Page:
Zoe Berg, Photo Editor

Course registration for the fall 2022 semester is set to kick off this Friday, as students balance attention to their current course loads with considerations for the coming semester.

The University Registrar’s Office wrote to the College community on March 11 with information about dates and deadlines for the fall 2022 course registration process. The enrollment process for spring 2022 courses included notable changes from previous semesters, which will return for fall registration. Dean of Yale College Marvin Chun told the News that the new system is designed to “accommodate student interest.”

“I think the system is in pretty good shape, but we’re still having transitional challenges in that everyone is still getting used to the system,” Chun said.

Last semester’s changes included mandatory simultaneous enrollment in the discussion sections and labs that accompany some lectures, a single round of preference selection rankings and the addition of waitlists for discussion sections on Yale Course Search. Those changes were the result of an “extensive review” of the fall 2021 enrollment process, according to Chun, who said the Yale College Dean’s Office and the registrar’s office collaborated on the endeavor.

According to the registrar’s email, the 2022-23 edition of the Yale College Programs of Study will publish at 9 a.m. on Friday. At that time, Yale Course Search will also open for classes held in the upcoming academic year, and Canvas sites for courses offered in the fall will open.

Preference selection will open on Monday morning, April 4, at 9:00 a.m. According to an Oct. 29 email from the registrar regarding spring 2022 course enrollment policies, the preference selection period is only for departments that offer courses with multiple sections or courses with corresponding discussion or lab sections. Preference selection will close at 5:00 p.m. on Wednesday, April 6.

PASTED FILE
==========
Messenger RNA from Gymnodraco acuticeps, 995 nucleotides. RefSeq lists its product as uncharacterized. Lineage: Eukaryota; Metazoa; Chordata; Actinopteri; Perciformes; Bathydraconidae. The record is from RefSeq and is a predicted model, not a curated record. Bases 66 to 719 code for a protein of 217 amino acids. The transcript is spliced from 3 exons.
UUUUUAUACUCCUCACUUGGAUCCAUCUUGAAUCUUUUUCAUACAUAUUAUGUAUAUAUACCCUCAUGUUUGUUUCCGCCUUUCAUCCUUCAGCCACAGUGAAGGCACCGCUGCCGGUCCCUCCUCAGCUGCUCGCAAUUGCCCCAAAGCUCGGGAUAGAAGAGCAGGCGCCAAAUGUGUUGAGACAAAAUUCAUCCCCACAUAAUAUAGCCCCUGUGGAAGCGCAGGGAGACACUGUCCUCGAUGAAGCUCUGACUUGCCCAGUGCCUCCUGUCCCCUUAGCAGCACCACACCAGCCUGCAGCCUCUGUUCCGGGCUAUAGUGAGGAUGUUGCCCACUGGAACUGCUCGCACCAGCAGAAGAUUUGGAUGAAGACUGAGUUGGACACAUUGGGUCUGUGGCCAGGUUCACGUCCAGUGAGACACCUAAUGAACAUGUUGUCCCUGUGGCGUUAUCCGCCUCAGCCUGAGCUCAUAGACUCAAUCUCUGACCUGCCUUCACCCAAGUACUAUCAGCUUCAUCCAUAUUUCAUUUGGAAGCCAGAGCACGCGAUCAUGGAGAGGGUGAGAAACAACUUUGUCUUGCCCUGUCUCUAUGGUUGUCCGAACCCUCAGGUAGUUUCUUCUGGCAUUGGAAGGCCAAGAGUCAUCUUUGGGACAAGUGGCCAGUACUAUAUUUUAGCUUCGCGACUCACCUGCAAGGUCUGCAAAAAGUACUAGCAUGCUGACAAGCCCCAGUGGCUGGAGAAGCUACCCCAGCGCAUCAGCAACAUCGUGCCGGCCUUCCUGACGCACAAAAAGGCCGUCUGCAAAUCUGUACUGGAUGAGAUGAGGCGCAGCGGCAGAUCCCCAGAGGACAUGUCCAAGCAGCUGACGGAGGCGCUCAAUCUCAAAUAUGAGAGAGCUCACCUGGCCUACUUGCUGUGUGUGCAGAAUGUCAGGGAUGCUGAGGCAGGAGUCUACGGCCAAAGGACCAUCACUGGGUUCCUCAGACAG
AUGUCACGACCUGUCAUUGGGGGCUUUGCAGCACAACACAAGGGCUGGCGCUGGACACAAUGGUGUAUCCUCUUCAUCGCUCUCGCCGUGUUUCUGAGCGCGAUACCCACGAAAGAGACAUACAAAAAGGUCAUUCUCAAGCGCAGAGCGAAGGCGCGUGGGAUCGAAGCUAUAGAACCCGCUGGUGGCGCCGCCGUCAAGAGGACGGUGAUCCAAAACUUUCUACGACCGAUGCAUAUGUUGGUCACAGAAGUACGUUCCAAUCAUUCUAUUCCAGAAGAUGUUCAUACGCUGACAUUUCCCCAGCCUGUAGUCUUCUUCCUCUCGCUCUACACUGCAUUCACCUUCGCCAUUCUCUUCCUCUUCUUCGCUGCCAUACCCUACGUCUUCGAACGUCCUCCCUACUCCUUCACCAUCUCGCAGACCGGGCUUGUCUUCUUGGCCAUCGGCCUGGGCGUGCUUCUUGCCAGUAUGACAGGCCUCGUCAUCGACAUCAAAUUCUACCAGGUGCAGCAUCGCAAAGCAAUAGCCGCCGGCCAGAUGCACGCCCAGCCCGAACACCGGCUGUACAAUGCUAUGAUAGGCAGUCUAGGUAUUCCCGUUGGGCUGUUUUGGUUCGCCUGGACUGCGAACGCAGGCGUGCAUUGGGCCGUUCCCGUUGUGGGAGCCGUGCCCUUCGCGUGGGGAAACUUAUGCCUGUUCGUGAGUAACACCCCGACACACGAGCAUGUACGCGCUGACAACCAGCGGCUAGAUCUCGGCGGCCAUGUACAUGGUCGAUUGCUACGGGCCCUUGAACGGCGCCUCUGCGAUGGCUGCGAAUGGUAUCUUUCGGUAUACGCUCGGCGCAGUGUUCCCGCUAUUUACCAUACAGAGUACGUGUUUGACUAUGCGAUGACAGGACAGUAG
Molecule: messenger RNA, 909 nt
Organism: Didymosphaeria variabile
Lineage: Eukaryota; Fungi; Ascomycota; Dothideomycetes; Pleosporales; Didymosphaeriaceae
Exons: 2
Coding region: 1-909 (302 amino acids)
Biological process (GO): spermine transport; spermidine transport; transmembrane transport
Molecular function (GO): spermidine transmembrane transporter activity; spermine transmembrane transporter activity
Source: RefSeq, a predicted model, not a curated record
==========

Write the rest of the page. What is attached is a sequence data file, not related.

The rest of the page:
Registration worksheets will open in YCS at 8:00 a.m. on April 13. At that time, students can begin adding courses to their worksheets — for some courses, enrollment is first-come, first-serve, while for others, students must request the instructor’s permission in order to enroll. 

Chun said that one benefit of accelerating the registration process is the additional time it affords the College to adjust staffing for courses based on student interest. Particularly popular lectures, for example, benefit from having extra time to hire graduate students to serve as teaching fellows for discussion sections, he said. 

Students must submit applications for courses that require instructor permission by 5 p.m. on April 18. Chun said that he has asked instructors to primarily base their admissions decisions off factors already captured in the YCS system, like class year and major, instead of asking students to submit their grade point averages or written statements of interest. Preparing such statements is often “burdensome” for students, Chun said.

Chun noted that for some departments, written applications might be “pedagogically necessary” — in creative writing courses, for example. Still, he expressed his belief that for most courses, application essays are “not that helpful” and “not necessarily inclusive.”

“I just keep reminding faculty that course registration is a burden for students and we need to make it as easy as possible for them,” Chun said. 

Yale College Council Academic Policy Director Iris Li ’24 wrote in a statement to the News that making the course application process easier for students is a “joint goal” of the YCC and the administration.

The “published deadline” for faculty to make admissions decisions about such courses is April 22 at 5 p.m., according to the registrar’s email. Last fall, however, a “truly record” volume of applications to the English department’s spring creative writing courses led to a five-day extension in the deliberations period.

Another benefit of the redesigned system is that it gives students a “better sense” of what their schedule will ultimately look like earlier in the process, Chun said.